4/ A hydraulic circuit architecture according to claim 3, the where accumulator (6) is associated with a relief valve (7) connected to the return circuit (R).
5/ A hydraulic circuit architecture according to claim 3, wherein a pressure sensor (17) is associated with the accumulator (6).
6/ A hydraulic circuit architecture according to claim 2, wherein the hydraulic components include an accumulator (6) which is placed on the main circuit (C) downstream from the general check valve (3), and wherein the main circuit (C) includes means (5, 102) providing direct communication between the accumulator (6) and the actuators (100), said means (5, 102) providing communication being activated when the pressure generator (2) is stopped, a valve (16) also being arranged on the branch line (13) so as to be closed when the direct communication means (5, 102) are activated.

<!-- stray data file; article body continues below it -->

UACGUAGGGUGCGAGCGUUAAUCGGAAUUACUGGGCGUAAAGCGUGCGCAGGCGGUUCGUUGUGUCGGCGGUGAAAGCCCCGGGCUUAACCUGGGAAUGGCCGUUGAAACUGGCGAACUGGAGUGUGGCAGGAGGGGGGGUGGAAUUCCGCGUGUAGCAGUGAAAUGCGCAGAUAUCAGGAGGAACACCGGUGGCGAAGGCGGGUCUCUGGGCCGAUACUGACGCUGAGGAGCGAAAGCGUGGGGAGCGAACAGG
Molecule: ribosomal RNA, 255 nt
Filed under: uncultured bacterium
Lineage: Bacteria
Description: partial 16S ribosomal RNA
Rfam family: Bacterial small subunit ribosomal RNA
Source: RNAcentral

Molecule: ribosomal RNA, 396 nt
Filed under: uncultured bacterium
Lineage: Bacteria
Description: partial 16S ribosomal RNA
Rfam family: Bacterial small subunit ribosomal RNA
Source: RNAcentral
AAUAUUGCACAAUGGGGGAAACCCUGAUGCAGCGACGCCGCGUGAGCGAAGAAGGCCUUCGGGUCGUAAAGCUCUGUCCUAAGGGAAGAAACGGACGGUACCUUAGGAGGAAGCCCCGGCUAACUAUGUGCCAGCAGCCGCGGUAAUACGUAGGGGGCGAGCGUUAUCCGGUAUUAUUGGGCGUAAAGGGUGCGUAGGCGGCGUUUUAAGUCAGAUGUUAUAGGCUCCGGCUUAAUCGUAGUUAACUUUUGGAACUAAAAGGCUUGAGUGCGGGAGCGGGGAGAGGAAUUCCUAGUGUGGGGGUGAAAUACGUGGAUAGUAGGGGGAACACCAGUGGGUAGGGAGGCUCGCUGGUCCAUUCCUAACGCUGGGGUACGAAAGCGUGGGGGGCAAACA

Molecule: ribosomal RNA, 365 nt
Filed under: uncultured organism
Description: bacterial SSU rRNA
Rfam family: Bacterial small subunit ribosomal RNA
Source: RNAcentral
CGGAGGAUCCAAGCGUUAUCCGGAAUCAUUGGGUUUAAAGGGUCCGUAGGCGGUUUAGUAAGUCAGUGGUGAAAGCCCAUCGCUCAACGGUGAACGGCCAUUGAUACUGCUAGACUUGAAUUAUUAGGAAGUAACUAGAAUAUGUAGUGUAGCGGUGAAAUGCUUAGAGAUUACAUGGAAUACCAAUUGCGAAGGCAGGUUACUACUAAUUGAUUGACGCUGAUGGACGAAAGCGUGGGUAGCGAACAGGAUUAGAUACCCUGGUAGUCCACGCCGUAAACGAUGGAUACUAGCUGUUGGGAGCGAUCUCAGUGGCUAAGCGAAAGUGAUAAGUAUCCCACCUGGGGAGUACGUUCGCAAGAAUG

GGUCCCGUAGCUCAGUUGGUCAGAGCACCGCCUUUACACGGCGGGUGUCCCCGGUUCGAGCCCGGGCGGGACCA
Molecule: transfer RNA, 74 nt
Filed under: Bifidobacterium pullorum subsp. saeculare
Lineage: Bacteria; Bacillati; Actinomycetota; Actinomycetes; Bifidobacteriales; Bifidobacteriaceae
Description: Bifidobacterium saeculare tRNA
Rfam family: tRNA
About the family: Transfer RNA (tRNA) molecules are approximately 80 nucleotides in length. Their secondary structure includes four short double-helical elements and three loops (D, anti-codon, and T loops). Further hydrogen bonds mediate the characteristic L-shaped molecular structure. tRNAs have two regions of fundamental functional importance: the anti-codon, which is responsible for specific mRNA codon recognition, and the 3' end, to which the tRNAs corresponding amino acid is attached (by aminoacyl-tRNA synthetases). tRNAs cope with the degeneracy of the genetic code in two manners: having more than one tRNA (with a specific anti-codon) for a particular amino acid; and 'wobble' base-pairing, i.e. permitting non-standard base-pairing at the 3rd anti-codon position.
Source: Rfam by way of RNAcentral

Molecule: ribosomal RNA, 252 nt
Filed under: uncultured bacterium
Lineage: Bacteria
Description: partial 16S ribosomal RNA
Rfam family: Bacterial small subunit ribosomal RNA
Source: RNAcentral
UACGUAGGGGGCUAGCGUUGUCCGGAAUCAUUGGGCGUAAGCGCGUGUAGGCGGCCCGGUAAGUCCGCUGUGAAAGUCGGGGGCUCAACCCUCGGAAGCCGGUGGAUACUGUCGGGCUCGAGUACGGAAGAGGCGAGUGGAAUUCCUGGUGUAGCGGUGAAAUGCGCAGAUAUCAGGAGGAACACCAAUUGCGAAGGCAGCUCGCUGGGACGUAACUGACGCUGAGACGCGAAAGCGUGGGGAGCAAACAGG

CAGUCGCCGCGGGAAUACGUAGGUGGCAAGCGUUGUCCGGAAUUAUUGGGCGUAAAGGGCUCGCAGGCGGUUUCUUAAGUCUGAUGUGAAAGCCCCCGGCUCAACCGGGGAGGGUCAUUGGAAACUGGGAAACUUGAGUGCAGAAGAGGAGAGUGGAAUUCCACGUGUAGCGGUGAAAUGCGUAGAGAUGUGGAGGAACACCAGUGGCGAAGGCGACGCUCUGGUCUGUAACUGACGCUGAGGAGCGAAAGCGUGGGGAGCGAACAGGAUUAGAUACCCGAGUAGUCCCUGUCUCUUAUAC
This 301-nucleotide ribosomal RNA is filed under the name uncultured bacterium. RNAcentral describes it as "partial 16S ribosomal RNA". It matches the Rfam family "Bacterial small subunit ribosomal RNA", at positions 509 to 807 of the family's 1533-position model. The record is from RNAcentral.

7/ A hydraulic circuit architecture according to claim 1, wherein the pump unit (10) comprises a constant flow rate pump (11) associated with a variable speed electric motor (12).
8/ An architecture according to claim 1 for a hydraulic circuit associated with the brakes (100) of an airplane braking circuit, wherein the hydraulic components include at least one braking selector (4) which is arranged in the main circuit (C) downstream from the general check valve (3), said braking selector (4) having a return line connected to said return circuit (R).